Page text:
MANIAC COP 3: BADGE OF SILENCE (1993) Blu-ray/DVD combo
Director: Alan Smithee (William Lustig & Joel Soisson)
Blue Underground

You can't keep a good "maniac cop" down but you can put him in a bad movie, and that's what happens with Blue Underground's MANIAC COP 3, nevertheless given a special edition on Blu-ray/DVD combo.

Having cleared undead maniac cop Matt Cordell of the crimes he was framed for, Lieutenant McKinney hopes that burying the cop with honors will put him at rest at long last. He thought wrong, for a Palo Mayombe – a Santeria off-shoot – high priest (Julius Harris, LIVE AND LET DIE) has brought Cordell back from the grave again (for unclear reasons). Before McKinney can even suspect that Cordell is back and on the rampage again, his friend Officer Katie Sullivan (Gretchen Becker, THE DOORS) – nicknamed "Maniac Kate" for her aggressive conduct – is shot in the line of duty and left comatose with the press smearing her reputation (and concealing evidence of her innocence) and the city eager to sweep a lawsuit by junkie suspect Jessup (Jackie Earle Haley, who else) under the rug. Cordell comes to believe that Kate is a kindred spirit and hides in the hospital, killing off anyone who tries to tries to take Kate off life support (including DESPERATE HOUSEWIVES' Doug Savant as an arrogant surgeon and MEDIUM COOL's Robert Forster as the unethical head of trauma). It is actually Jessup's doctor – Susan Fowler (Caitlin Dulany, PROJECT X) – who tells McKinney about the mysterious large cop who watches over Kate at night; but they have no idea what Cordell intends for Kate or for Jessup who he has set free and armed in the upstairs jail ward.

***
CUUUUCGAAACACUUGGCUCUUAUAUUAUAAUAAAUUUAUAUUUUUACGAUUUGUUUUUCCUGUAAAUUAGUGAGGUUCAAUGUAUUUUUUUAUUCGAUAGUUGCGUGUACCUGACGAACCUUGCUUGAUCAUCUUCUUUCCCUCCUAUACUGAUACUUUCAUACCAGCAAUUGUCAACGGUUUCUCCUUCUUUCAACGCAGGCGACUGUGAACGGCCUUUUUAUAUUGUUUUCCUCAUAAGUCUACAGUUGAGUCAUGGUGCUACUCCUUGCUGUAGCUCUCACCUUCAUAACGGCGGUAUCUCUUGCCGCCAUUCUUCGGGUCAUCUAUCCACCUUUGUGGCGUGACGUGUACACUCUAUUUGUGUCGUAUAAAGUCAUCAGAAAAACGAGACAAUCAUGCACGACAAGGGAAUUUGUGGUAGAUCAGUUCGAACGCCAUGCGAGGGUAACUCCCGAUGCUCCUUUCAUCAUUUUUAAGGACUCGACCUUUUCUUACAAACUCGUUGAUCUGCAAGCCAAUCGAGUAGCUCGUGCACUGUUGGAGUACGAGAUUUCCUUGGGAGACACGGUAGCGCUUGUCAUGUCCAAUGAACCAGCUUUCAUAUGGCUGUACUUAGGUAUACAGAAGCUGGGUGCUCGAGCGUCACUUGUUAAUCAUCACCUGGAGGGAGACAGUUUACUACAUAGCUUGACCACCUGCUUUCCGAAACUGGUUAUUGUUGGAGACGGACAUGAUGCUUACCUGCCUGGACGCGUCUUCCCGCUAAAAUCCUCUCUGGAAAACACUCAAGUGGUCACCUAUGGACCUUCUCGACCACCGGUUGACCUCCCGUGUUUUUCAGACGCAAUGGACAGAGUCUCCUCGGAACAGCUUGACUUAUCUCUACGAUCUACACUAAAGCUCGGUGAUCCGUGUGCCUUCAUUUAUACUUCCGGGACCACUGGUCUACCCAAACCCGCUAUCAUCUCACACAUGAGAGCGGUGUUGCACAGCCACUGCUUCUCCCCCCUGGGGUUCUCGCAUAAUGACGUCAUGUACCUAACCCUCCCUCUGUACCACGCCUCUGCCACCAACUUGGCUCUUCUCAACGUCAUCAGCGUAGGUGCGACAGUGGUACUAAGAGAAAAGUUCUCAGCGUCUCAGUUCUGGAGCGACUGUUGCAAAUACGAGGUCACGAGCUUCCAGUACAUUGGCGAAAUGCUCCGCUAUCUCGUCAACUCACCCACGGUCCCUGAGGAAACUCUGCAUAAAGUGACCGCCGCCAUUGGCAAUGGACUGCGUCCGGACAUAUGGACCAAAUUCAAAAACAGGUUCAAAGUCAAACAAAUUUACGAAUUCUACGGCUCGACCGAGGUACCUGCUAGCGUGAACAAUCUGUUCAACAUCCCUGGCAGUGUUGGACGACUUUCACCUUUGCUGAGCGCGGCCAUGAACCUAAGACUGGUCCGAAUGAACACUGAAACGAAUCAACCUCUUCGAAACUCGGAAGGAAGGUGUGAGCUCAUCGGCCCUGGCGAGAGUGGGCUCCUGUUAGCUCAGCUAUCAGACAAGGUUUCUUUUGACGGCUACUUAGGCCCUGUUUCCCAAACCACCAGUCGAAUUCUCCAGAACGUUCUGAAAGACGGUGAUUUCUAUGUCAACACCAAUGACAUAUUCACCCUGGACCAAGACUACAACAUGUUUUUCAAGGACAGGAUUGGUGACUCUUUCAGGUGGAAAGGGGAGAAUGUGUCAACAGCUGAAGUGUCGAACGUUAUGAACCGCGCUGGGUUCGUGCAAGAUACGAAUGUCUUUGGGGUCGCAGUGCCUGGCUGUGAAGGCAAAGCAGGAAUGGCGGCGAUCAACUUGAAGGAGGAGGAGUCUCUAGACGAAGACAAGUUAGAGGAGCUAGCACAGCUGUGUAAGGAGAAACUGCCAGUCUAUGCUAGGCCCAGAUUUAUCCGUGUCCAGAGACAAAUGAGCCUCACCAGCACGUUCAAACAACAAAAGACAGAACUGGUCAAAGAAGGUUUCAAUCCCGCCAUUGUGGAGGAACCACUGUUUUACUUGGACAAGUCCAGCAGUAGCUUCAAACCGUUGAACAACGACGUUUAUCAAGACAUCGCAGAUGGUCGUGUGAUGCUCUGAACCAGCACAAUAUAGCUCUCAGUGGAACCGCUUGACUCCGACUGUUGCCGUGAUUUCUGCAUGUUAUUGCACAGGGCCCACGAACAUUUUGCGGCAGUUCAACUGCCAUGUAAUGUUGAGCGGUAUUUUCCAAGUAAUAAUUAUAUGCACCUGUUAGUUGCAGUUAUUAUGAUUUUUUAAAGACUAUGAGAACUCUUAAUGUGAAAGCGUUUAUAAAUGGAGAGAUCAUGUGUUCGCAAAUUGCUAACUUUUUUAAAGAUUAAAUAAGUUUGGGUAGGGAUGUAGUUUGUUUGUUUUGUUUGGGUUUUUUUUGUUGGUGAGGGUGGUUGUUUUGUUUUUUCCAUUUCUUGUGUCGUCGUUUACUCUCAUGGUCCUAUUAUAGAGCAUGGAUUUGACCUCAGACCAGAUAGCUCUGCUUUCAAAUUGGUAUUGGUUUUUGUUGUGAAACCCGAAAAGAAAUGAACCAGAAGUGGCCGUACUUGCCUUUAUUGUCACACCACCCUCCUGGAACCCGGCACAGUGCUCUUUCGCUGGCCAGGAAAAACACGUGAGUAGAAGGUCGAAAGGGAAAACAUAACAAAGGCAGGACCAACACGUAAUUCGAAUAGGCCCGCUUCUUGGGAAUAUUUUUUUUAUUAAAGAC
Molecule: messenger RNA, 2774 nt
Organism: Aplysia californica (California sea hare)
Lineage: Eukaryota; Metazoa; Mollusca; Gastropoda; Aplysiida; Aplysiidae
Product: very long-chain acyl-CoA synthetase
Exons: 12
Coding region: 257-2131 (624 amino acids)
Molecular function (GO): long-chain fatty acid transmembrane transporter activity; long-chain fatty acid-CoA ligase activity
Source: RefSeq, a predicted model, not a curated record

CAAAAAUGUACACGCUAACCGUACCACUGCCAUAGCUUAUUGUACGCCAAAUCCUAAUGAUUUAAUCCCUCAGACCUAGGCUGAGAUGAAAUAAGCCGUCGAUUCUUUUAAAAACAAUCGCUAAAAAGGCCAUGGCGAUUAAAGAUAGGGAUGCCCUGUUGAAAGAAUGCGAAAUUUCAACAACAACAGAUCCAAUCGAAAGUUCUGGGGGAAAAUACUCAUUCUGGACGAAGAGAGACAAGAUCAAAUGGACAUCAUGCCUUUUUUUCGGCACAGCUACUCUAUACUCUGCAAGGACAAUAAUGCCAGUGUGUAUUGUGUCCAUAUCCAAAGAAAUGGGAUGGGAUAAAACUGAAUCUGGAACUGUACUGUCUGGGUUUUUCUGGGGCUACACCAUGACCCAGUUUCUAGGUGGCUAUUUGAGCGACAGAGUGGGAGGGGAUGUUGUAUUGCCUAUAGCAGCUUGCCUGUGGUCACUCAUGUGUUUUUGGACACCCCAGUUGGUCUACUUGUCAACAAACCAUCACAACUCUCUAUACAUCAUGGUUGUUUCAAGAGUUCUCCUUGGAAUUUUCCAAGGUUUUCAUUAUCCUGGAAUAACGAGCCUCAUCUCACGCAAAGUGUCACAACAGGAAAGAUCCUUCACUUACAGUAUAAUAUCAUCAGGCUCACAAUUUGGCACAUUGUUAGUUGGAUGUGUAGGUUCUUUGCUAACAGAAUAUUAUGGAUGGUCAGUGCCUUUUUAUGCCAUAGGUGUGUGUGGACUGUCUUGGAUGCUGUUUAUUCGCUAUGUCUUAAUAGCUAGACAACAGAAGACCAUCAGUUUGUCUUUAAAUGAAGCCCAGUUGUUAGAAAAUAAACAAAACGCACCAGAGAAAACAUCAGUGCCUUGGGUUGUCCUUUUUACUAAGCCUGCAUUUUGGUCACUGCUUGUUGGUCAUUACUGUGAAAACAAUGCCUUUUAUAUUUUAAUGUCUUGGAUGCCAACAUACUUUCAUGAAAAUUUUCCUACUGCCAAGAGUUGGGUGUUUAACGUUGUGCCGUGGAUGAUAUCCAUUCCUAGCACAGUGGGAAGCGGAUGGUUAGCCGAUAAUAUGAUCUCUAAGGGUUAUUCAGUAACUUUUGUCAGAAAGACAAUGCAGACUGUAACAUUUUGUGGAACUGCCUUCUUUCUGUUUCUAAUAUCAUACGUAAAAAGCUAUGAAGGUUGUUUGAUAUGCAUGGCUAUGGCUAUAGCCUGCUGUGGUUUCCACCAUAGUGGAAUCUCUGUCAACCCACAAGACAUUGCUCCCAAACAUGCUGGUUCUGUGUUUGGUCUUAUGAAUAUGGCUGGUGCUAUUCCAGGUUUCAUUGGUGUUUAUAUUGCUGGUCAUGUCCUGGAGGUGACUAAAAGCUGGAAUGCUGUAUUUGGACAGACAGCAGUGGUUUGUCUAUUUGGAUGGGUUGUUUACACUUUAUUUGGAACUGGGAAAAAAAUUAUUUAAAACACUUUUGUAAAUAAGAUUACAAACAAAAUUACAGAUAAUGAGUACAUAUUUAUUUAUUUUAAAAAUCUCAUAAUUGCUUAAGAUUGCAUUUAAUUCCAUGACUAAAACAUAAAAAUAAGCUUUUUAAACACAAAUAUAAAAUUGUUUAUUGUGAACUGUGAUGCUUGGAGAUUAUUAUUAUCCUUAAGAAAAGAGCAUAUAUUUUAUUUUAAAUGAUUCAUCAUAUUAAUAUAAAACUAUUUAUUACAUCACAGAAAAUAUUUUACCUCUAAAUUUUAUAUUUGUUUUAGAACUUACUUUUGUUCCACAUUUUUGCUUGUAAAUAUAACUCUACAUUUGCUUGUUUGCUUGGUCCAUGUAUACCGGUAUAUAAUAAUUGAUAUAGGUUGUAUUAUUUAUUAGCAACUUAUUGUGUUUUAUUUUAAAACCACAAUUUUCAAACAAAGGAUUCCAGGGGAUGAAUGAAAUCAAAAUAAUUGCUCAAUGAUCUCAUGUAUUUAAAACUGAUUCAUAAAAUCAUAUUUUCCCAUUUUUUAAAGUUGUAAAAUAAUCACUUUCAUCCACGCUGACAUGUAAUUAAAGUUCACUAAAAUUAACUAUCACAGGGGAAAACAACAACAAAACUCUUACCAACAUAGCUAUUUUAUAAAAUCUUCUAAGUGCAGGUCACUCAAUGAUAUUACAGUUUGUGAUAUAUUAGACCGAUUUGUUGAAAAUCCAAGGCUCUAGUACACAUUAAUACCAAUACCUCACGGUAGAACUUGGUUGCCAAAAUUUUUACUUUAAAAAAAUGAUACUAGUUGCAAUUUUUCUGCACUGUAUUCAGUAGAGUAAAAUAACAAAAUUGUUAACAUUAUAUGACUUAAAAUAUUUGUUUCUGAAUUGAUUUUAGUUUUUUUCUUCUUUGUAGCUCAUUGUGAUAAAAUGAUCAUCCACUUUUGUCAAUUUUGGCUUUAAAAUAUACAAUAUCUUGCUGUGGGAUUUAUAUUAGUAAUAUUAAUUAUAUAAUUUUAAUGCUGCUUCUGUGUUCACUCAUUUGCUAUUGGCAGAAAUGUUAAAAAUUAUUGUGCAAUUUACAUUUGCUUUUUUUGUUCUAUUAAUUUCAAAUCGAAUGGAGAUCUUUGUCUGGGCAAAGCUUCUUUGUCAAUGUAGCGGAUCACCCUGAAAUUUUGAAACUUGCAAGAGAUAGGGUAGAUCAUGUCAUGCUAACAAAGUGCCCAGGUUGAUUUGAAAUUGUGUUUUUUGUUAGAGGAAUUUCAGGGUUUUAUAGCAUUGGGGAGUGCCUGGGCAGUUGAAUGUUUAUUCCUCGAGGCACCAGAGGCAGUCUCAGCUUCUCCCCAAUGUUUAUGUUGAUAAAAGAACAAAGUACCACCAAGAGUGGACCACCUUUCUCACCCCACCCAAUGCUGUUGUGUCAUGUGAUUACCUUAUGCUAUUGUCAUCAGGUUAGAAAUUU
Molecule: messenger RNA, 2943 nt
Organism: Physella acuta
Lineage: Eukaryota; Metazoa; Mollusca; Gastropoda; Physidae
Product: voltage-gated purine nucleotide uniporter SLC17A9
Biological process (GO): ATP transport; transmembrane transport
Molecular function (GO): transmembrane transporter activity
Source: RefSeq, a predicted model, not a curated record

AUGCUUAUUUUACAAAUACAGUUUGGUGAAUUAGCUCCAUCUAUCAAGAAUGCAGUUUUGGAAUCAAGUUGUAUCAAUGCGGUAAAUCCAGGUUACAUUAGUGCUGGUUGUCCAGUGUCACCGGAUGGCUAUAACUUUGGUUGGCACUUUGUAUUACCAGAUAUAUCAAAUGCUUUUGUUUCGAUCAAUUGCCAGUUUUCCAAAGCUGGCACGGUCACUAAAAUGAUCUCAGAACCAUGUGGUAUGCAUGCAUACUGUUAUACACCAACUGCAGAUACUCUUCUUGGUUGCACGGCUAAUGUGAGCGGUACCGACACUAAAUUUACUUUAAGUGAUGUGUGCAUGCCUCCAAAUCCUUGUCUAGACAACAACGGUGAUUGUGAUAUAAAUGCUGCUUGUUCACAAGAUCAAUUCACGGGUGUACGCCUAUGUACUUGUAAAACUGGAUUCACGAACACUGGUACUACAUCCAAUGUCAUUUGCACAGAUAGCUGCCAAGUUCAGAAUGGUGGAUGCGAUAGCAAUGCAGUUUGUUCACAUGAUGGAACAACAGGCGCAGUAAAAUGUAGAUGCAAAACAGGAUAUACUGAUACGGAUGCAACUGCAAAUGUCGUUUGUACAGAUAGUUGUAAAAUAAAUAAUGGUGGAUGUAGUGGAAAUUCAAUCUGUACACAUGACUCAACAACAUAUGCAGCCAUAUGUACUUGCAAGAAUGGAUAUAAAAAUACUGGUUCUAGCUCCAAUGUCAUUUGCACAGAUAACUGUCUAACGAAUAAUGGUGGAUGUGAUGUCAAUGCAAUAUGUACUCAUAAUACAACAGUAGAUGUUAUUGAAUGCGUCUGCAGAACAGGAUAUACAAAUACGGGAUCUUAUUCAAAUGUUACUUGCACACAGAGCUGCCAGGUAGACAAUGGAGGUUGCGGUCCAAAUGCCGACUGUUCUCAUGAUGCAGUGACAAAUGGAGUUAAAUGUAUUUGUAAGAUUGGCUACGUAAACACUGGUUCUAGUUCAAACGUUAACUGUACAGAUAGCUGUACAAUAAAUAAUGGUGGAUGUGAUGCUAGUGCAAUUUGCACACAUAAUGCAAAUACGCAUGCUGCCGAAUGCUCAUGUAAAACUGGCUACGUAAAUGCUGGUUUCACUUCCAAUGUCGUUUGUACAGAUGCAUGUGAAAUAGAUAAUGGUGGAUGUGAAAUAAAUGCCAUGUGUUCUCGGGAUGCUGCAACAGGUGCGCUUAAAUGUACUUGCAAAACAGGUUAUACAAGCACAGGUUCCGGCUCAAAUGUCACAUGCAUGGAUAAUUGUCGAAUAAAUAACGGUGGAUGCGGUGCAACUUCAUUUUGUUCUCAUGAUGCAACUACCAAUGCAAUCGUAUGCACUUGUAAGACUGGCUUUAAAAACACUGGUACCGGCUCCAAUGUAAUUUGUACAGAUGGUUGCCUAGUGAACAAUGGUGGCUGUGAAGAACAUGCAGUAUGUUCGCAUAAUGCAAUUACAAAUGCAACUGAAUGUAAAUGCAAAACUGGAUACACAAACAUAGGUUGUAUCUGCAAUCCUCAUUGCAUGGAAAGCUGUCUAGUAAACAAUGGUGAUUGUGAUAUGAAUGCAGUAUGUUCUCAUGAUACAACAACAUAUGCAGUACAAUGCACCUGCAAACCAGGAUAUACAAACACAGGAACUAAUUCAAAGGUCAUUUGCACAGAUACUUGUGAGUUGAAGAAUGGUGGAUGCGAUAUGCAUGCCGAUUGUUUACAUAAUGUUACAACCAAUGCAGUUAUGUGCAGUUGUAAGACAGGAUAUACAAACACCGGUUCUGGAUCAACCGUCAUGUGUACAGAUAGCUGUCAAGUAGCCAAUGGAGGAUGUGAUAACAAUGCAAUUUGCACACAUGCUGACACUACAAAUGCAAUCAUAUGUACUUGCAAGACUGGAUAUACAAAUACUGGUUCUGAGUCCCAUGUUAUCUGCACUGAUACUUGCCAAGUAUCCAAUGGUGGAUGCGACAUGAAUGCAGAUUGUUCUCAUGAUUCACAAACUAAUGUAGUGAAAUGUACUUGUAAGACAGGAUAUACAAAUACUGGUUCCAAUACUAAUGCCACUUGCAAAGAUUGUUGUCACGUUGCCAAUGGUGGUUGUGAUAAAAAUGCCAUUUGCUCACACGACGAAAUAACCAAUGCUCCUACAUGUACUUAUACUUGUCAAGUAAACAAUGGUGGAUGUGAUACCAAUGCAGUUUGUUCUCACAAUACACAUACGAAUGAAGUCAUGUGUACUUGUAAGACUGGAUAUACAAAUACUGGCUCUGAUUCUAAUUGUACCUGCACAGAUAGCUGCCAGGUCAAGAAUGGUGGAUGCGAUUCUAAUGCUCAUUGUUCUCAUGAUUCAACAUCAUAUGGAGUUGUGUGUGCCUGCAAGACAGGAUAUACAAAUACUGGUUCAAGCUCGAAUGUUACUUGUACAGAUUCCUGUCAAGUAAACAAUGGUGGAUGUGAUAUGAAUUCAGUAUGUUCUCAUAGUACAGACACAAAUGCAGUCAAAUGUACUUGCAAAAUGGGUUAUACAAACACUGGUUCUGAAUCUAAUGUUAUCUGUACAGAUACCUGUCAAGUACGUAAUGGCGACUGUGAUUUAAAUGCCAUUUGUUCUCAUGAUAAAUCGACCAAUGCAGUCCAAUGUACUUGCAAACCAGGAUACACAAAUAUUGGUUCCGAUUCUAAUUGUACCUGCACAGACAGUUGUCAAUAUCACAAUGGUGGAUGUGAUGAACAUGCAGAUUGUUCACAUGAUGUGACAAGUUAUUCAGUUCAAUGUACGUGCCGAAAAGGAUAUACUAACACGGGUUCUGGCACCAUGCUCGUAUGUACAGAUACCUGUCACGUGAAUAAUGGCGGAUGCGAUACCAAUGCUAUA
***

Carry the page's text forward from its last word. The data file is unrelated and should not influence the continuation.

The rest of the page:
MANIAC COP 3 is a mess, or rather "a morass of bad ideas" (as original director William Lustig describes it on the disc's accompanying featurette) beyond the basic premise of a BRIDE OF FRANKENSTEIN follow-up to MANIAC COP 2 (which Lustig had pitched as "FRANKENSTEIN meets THE FRENCH CONNECTION"). The pacing is uneven with obvious dialogue scenes not only obvious in their padding, but in the way they are inserted into other sequences creating a cross-cutting style of editing that stretches out action that should be quick. Unlikable characters are also given very little set-up beyond what almost immediately prefigures their comeuppances (from Savant's arrogant surgeon and Forster's callous head of trauma, Paul Gleason's city hall functionary and Jessup's scumbag lawyer, to the pair of nasty news photographers who taped Kate's shooting and edited the footage). It seems that Cordell only waits around so long to take Kate in order to pad the plot with a little violence and a lot of exposition, with providing McKinney with the information to clear Kate so secondary that it occurs offscreen. The recycling of footage from the first MANIAC COP in MANIAC COP 2 worked to clarify the backstory with flashbacks for those who had not seen the first film; but the recycling of footage from MANIAC COP 2 here just seems cheap (from the six minute opening sequence with only a scattering of new footage intercut to the lazy use of the tail end of the shot of Cordell and Turkell climbing to the roof of a building as coverage for the shot of Kate climbing to the roof of the pharmacy).